Evolution and dynamics of the pandemic H1N1 influenza hemagglutinin protein from 2009 to 2017.
البيانات الوصفيةعرض كامل للتسجيلة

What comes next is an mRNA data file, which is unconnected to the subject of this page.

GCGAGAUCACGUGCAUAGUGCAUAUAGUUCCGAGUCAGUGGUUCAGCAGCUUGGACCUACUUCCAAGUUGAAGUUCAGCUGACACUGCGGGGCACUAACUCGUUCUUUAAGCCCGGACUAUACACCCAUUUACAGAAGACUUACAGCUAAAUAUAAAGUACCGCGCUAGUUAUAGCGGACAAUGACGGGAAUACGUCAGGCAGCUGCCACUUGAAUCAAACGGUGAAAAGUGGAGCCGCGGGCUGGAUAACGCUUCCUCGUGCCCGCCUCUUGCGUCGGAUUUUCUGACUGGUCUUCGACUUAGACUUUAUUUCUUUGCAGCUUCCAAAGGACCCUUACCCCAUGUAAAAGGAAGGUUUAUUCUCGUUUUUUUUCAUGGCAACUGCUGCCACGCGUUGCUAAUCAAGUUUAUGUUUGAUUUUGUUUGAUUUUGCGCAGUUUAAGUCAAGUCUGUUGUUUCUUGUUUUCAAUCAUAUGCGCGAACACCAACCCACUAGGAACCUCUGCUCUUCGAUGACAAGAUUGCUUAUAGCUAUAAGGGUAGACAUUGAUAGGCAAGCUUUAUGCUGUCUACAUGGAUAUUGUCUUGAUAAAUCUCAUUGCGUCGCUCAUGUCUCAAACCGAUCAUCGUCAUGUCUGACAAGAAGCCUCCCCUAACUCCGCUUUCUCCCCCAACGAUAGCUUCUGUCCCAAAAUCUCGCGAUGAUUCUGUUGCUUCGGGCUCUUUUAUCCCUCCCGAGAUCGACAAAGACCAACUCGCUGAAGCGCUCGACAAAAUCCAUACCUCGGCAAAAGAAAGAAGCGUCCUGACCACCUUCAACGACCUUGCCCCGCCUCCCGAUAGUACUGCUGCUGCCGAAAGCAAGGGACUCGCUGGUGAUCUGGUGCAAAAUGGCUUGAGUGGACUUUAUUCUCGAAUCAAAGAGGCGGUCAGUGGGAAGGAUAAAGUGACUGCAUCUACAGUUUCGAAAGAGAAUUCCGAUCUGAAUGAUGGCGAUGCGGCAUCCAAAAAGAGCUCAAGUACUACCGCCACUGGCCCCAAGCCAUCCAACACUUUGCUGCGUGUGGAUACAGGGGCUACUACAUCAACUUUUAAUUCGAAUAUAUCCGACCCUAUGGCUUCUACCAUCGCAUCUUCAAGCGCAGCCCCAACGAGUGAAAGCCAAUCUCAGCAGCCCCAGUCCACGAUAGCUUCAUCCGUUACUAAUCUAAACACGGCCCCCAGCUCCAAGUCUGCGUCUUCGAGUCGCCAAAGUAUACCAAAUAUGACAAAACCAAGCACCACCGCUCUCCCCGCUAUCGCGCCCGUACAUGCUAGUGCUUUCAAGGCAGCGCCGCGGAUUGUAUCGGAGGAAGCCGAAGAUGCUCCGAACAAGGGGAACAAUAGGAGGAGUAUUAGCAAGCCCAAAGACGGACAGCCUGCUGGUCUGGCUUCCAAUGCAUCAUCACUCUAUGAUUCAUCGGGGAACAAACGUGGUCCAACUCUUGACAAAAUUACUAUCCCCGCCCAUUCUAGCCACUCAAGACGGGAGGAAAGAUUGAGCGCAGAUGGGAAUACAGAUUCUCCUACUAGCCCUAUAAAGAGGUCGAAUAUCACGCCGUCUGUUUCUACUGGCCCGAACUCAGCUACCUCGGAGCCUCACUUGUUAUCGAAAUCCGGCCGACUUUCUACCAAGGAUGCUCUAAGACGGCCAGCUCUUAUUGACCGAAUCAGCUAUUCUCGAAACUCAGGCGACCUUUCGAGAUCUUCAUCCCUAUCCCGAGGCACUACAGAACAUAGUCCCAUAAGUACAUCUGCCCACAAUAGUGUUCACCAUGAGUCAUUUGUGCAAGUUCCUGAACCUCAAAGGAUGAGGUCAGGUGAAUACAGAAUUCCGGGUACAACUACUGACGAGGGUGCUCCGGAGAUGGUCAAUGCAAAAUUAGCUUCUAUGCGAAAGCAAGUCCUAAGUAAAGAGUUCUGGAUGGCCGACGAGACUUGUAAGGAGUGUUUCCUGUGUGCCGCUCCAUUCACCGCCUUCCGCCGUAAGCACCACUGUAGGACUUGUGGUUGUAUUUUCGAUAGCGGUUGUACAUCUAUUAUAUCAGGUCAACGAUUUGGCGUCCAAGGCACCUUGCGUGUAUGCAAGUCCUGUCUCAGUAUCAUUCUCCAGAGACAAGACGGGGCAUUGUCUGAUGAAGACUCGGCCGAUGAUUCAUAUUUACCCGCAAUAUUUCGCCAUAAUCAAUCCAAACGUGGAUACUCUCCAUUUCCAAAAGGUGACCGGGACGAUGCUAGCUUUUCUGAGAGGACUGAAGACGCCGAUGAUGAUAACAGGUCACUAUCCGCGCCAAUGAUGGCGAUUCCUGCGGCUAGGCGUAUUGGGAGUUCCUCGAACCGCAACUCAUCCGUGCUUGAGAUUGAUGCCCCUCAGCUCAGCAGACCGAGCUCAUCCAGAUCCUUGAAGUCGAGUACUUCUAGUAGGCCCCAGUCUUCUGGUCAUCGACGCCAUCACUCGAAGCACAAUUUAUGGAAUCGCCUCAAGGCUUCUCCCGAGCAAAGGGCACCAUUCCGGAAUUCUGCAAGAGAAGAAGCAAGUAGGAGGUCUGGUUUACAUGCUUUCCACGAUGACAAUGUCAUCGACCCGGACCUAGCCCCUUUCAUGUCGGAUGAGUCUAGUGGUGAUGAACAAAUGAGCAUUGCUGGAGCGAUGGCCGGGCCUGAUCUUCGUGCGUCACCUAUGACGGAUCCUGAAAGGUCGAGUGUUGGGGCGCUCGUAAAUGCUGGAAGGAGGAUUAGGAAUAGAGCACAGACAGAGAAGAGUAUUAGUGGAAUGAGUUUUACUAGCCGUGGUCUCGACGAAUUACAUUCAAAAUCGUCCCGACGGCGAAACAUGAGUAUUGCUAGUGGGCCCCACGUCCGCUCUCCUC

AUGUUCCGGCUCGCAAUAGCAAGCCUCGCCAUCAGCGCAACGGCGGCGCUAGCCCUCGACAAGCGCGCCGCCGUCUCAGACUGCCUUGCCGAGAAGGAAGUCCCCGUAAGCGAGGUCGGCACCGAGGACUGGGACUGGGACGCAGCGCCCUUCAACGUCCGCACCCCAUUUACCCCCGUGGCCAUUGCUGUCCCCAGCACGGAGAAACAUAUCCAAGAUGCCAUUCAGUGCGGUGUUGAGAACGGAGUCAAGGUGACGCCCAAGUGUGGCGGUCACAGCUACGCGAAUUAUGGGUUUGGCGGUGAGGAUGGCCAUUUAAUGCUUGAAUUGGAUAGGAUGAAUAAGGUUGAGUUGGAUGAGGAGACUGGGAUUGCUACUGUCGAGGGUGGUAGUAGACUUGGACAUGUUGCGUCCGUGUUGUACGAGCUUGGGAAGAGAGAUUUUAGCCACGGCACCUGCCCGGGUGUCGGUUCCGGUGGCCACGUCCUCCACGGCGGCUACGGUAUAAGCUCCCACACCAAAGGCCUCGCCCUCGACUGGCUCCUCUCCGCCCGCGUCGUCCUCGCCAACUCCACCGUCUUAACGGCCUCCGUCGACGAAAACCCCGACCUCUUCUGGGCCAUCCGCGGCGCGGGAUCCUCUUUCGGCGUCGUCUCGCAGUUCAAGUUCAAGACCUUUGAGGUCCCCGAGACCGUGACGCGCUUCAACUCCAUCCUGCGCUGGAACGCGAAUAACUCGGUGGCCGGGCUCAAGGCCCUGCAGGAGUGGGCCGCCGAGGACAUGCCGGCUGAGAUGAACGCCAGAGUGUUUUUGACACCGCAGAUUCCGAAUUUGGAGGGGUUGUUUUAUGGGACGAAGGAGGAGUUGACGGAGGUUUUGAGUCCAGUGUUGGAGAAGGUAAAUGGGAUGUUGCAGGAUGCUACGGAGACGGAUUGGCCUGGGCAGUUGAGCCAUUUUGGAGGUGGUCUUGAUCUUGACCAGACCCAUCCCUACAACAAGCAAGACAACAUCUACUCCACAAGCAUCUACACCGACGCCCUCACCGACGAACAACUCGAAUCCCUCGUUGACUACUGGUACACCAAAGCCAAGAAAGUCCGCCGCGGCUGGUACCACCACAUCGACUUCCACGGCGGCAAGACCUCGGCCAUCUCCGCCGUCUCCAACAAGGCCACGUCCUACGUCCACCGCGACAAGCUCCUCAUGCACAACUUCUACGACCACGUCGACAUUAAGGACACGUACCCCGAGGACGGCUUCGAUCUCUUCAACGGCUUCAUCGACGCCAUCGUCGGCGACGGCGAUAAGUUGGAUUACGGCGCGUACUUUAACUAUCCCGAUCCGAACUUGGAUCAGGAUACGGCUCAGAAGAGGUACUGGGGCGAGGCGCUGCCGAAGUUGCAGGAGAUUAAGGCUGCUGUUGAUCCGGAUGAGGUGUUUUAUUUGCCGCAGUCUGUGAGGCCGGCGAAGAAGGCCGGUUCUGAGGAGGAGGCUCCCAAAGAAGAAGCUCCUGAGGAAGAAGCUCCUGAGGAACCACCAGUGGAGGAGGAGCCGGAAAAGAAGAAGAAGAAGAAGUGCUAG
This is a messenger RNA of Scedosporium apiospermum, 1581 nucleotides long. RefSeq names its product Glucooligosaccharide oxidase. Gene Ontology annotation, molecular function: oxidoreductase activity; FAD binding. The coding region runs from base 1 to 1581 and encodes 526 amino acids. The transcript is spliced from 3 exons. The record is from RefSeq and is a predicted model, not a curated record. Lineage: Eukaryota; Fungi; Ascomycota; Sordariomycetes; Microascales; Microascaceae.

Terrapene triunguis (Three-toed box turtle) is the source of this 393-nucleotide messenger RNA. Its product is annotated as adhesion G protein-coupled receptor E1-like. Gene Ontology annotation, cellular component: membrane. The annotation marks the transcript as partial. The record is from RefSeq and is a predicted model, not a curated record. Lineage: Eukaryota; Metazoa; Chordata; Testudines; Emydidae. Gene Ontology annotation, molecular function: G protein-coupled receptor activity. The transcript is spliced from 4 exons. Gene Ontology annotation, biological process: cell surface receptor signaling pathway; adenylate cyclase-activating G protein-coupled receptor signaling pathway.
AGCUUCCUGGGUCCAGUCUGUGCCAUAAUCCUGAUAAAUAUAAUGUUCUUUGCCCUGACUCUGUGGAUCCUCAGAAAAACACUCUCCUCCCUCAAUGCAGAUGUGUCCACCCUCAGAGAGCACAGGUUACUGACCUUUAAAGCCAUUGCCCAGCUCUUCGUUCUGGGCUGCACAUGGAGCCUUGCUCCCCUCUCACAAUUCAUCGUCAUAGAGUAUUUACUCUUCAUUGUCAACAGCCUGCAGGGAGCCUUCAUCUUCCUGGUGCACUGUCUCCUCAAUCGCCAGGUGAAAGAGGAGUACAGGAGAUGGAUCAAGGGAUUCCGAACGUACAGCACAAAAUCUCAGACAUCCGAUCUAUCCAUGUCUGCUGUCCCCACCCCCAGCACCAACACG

The emergence of swine-origin pandemic H1N1 (pH1N1) in 2009 invigorated extensive surveillance programs worldwide which have resulted in the deposition of large numbers of H1N1 sequences to Genbank. In the present study, we report on global evolution and dynamics of the pandemic H1N1 influenza Hemagglutinin (HA) protein in viruses isolated from three different continents (North America, Europe and Asia) during the period between April 2009 until April 2017. Close to 2000 HA full protein sequences were downloaded from the Influenza Research Database of the NCBI and analyzed using DNAStar to run an alignment, the web-based NetNglyc to predict N-Glycosylation sites and finally, the BEAST software package to calculate evolution and substitution rates. Our analysis improves upon other published papers in that we report on frequencies, dynamics and impact of HA mutations in pH1N1 viruses isolated from three continents during the past decade, as well as the evolution rate and site-specific selection pressures. Sequence based analysis demonstrated substantial changes in the HA protein over the last decade. Results showed that the HA gene is under negative selection (P value; HA= -2.253). The evolution rates varied among the three continents ranging from 2.36 × 10 in Europe to 3.18 × 10 in Asia. Mutations were detected at higher frequency and faster rate at the antigenic sites surrounding the receptor-binding domain (RBD), in particular, in the Sa and Sb sites. Mutations were either gradually accumulated to become fixed in currently circulating strains (D114N, S179N, S202T, S220T, I233T, K300E and E391K) or dynamic in terms of appearance and disappearance, both spatially and temporally (A203T, N458K and E508G). Some of the reported mutations have been shown to increase infection severity (D239G/N; globular head), enhance HA binding affinity to its receptor (S200P and S202T; RBD), or have deleterious effect on HA function (N458K and E508G; stem region). The continuous accumulation of mutations at the Sa site led to the gradual acquisition of glycosylation at residue 179 starting from 2015, which became a dominant feature in all strains isolated in the following years. In addition to sharing common amino acid substitutions (e.g. S179N in HA head and E516K in HA stem) with previous seasonal strains, the pattern of glycosylation acquisition/loss at 177 and 179 positions on the globular head, which are prominent features of immune escape, implicate that pH1N1 might follow a similar evolution trend as the SC1918 pandemic virus.
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